Officers Foil Fowl Affair, and More

Who says nothing exciting ever happens in the nation’s
heartland? This week we bring you a pair of wild happenings from
Central Ohio, where law enforcement authorities exhibited some ace
detective and police work in two extremely challenging critter
cases.

Police Pluck Pilfered Park Poultry from
Perps

Over the weekend, police in Chillicothe, Ohio reportedly stopped
a suspicious vehicle after they took a gander through the vehicle’s
rear window and spotted a full-grown Canada goose standing in the
rear cargo area.

According to the Chillicothe Gazette, when the cops approached the
car, the driver explained that the goose was from one of the
suspect’s homes and they were just taking it for a ride, because
geese-just like Labrador retrievers-really enjoy going for car
rides.

One of the suspects gave the officers another explanation: they
found the goose and it was so dirty they decided-as conscientious
stewards of nature and the environment-to take it home to clean
it.

But the seasoned and wise law-enforcement veterans weren’t buying
it.

The driver finally confessed under pressure and admitted they found
the goose at the city’s Yoctangee Park, plied it with food, then
captured it by using a fishing net. Witnesses of the feathered
heist later corroborated the driver’s admission, saying they saw
the two passengers catch the goose.

Court dates were set for the trio and the goose was returned to the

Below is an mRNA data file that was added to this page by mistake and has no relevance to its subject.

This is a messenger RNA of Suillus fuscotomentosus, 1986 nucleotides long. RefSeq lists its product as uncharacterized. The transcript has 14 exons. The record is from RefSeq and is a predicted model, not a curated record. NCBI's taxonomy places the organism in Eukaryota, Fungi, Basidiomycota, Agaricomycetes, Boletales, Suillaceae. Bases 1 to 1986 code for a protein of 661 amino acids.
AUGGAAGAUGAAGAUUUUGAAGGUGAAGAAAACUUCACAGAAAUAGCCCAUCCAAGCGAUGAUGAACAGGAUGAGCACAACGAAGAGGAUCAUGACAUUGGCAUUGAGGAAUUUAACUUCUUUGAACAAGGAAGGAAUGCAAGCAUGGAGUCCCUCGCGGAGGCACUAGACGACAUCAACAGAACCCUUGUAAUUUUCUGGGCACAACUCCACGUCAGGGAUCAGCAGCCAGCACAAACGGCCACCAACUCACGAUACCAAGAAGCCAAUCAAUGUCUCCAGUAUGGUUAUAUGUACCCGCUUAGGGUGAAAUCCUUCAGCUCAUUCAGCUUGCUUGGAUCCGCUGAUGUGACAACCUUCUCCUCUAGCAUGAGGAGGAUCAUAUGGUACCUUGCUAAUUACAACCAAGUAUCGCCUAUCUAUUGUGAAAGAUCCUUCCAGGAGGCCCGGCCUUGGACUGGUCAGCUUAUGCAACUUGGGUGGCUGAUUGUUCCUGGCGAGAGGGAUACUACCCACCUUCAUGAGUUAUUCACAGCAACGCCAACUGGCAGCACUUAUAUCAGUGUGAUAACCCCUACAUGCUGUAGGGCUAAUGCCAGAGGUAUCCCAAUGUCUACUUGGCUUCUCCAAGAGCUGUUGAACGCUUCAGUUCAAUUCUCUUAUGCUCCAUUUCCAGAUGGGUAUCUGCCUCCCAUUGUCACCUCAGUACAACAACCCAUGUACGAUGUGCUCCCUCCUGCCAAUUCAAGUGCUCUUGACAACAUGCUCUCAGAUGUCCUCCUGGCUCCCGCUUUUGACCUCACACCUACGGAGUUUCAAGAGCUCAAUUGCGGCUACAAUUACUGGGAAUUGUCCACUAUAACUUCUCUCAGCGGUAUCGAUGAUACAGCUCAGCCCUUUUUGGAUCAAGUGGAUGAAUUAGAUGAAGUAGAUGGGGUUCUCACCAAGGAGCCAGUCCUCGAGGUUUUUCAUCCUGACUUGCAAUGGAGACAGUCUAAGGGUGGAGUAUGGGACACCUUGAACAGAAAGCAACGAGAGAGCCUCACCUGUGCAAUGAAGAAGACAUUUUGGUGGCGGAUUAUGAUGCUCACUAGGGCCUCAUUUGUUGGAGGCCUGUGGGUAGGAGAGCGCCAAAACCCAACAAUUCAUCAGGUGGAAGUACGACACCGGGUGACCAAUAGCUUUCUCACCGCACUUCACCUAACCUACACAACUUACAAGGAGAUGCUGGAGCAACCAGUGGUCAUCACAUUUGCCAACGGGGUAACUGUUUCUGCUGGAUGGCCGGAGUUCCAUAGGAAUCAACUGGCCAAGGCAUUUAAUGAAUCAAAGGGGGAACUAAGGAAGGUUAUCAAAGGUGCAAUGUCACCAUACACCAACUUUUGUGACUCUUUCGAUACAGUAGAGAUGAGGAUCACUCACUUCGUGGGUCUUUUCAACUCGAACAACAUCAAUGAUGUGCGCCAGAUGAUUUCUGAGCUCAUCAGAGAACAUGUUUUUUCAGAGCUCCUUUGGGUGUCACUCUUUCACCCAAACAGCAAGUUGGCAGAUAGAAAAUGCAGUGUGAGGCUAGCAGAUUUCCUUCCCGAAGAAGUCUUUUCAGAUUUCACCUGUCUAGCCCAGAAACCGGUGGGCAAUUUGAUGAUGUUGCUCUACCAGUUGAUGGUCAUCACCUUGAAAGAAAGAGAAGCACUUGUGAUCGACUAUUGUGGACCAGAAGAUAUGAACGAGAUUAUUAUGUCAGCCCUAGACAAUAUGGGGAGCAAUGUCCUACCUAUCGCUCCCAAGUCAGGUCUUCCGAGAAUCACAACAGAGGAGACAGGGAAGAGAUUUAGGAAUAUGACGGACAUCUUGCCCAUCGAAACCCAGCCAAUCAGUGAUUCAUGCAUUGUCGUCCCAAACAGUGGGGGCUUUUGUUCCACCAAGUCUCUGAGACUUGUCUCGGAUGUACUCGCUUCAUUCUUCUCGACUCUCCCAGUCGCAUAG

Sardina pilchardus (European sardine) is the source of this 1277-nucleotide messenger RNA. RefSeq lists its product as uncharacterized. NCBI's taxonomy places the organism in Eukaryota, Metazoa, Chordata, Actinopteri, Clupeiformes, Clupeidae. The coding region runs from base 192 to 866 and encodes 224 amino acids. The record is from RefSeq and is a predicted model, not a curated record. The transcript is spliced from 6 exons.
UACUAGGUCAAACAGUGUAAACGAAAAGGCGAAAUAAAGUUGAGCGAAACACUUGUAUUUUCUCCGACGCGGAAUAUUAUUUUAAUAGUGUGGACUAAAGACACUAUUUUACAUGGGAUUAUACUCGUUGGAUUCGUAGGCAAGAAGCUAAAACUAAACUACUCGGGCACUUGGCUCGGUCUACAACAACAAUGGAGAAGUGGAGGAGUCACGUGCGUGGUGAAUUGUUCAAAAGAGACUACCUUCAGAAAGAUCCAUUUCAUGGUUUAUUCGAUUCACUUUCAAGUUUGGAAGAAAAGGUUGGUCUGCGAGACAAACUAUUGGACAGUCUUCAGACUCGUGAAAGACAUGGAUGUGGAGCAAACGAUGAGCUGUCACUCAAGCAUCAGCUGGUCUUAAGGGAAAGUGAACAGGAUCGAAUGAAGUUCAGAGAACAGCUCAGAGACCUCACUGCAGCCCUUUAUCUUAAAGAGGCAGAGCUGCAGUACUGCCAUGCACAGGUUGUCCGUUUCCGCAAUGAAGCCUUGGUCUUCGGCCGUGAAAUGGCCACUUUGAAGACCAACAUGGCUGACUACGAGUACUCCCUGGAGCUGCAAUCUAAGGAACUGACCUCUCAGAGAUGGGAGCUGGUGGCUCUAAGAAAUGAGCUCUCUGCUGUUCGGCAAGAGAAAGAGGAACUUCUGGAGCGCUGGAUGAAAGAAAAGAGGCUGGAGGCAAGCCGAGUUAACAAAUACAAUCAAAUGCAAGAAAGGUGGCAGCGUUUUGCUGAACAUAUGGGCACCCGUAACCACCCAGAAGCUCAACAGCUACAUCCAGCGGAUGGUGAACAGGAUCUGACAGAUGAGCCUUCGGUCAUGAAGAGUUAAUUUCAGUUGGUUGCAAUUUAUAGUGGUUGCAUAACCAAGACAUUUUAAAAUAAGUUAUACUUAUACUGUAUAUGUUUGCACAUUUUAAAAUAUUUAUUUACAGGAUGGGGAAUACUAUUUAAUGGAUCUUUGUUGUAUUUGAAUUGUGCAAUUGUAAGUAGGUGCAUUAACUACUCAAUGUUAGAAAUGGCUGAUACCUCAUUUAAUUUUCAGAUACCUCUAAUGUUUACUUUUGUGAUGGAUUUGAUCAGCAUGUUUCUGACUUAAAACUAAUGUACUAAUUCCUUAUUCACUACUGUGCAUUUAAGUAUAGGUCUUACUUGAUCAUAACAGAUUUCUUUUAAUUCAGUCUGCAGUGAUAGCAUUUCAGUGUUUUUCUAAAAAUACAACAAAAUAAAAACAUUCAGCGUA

park “without incident,” according to the police report.

The intentions of the three goose-grabbers-whether culinary or
merely jocular-were never made clear to the investigating
officers.

As to whose goose ends up being cooked, it will be up to the
Chillicothe municipal judge to decide.

Dayton CSI: Carp Didn’t Jaywalk

Responding early morning to the report of a big, dead carp at a
Dayton, Ohio-area intersection, a local policeman alertly deducted
that the enormous freshwater bottomfeeder was not the victim of a
hit and run accident.

Instead, Springboro Officer Dale Richter surmised that the whopper
probably fell out of the back end of an unlucky angler’s pickup
truck overnight.

Who needs CSI, anyway?

“That’s probably the biggest carp I’ve ever seen,” Richter told the
Dayton Daily News in reference to the behemoth bugle mouth
discovered at the intersection of Remick Boulevard and Settler’s
Walk Road.

“I would just assume someone was late night fishing last night and
it probably fell off the back of his truck,” the officer said.
“There’s going to be a very unhappy fisherman, somewhere.”

While the local cop didn’t actually measure the fish, he told the
newspaper that he “stepped it off,” using his 11-inch boot for
reference and concluded it was about 5 feet in length.

The roadside carp was officially identified by an Ohio Department
of Natural Resources fisheries manager as a White Amur, or grass
carp, a species commonly used to remove vegetation from private
lakes and ponds.

In writing up his official report of the incident, Richter noted
there was no compelling evidence that the big fellow was hit by a
vehicle while attempting to jaywalk.

“I don’t think it’s the missing link,” he joked.

Categories: J.R. Absher

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